Lauren Mackler

  • “measuring with a bent ruler”

    The announcing dispatch promised this exhibition would “unravel,” and the unconventional group show was, indeed, deconstructed into a sequence of solo presentations—unwieldy exhibitions that embraced undoneness. Each iteration treated the exhibition space as a forum for making and showed works neither nascent nor completed by three artists (introduced in the press release as mutual strangers). Their pieces segued into one another conceptually as well as formally, offering distinct and complementary approaches to text, collage, and performance. 

    PART ONE: Dylan Mira’s Night Vision (all works

  • Fernando Palma Rodríguez

    A small red robot with a coyote head pivoted. It drew back, ready to take a step, but found itself tethered to a rock. Its agency was neutralized by this unjust mechanism, yet it was still threatening, as its blade-clad hands rotated menacingly. Just like its blue double, on view in a simultaneous exhibition across the country, the work is titled Soldado.

    The architect of this machine, Fernando Palma Rodríguez—an artist, engineer, and activist—is based in Milpa Alta, a key agricultural region near Mexico City, where, in addition to his studio, he runs a not-for-profit institution

  • Patrick Jackson

    Starting with its title, Patrick Jackson’s summer exhibition “DUM MUD” was a palindrome. Typeset on the invitation in large, bubbly letters dripping like cartoon blood (or perhaps more obviously like mud), the made-up word established the tone—and material—of the show. Palindromes are, after all, allegorical representations that upend the linear sequence of language and, in so doing, ping-pong time, focusing a reader’s attention equally on the form and the meaning of a word.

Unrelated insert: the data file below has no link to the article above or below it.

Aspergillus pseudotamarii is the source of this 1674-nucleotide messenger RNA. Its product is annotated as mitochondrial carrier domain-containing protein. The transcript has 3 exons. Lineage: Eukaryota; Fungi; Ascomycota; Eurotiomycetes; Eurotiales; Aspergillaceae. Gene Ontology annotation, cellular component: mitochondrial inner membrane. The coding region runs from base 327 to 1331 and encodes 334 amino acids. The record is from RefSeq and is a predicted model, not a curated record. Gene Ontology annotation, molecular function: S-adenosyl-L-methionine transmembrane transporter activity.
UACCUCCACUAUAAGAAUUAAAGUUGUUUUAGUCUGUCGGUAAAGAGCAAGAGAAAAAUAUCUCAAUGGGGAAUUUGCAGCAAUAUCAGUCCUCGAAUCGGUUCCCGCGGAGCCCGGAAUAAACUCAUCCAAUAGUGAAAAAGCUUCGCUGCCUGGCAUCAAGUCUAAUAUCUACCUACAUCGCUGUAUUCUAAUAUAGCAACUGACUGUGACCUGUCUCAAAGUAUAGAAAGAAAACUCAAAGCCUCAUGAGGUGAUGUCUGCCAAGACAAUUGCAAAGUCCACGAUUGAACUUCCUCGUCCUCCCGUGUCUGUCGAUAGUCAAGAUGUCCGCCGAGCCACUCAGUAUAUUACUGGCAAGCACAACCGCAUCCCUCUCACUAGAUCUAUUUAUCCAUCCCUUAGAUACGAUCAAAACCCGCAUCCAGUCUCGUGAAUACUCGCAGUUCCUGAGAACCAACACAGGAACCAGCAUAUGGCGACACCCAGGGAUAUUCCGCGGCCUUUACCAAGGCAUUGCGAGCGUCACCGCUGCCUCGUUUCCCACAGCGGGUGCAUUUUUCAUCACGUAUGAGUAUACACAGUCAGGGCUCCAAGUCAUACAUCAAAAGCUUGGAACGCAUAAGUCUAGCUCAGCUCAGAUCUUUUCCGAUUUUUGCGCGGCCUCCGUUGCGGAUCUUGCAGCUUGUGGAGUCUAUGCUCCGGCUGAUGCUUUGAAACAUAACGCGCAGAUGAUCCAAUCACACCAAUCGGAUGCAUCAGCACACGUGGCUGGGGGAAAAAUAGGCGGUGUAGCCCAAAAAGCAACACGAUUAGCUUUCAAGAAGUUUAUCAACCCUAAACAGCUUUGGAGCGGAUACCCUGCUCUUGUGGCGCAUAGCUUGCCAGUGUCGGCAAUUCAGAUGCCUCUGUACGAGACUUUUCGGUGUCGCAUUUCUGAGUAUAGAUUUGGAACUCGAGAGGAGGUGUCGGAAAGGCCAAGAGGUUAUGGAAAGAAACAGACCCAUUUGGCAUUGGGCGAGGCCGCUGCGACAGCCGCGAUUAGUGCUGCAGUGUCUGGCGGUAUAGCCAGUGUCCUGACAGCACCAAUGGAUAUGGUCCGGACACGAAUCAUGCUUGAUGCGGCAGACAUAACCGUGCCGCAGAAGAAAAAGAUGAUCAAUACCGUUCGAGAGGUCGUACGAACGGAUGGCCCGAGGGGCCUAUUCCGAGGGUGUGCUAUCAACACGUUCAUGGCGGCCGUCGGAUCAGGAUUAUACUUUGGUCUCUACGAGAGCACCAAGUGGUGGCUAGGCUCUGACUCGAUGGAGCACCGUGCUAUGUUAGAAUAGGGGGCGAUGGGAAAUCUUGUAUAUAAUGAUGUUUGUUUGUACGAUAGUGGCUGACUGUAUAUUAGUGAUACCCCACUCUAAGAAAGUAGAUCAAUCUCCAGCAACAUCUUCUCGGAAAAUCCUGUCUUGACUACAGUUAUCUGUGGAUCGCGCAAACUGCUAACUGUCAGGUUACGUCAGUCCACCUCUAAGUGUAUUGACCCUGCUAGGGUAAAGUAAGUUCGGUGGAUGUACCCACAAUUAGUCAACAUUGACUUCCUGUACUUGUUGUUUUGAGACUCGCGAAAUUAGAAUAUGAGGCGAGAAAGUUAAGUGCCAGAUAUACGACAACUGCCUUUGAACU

Staged “off-site” in the artist’s one-bedroom apartment, this unconventional exhibition invited visitors to come

  • picks September 06, 2018

    Colin Campbell and Lisa Steele

    For a few months in the late 1970s, Toronto-based video-makers Colin Campbell and Lisa Steele lived in Venice Beach. Like anthropologists arriving in a foreign land (as Steele has noted), they kept a scientific distance from their subjects and shrewdly consumed the native culture (in person and on-screen) in order to cannibalize it, spitting it back out in dispatches on video-art tapes. Their stint in California was a marathon of highly productive role-playing, tape-making, and persona-building that continued to feed their work long after they left.

    Before California, Steele viewed her work as

  • Allen Ruppersberg

    Self-fiction and play, double entendre and wit, slippery authorship and off-site-ness are the underpinnings of Allen Ruppersberg’s oeuvre. The Conceptual artist’s retrospective at the Walker Art Center, “Intellectual Property 1968–2018,” foregrounded his persistent fascination with the American vernacular—its humor, horror, literature, and pop culture—unfurled through a thematic and chronological sequence of galleries. EACH WORK IS ONE OF A KIND, as Ruppersberg once wrote in “Fifty Helpful Hints on the Art of the Everyday,” 1985. The show strung experiments into a narrative, bracketed by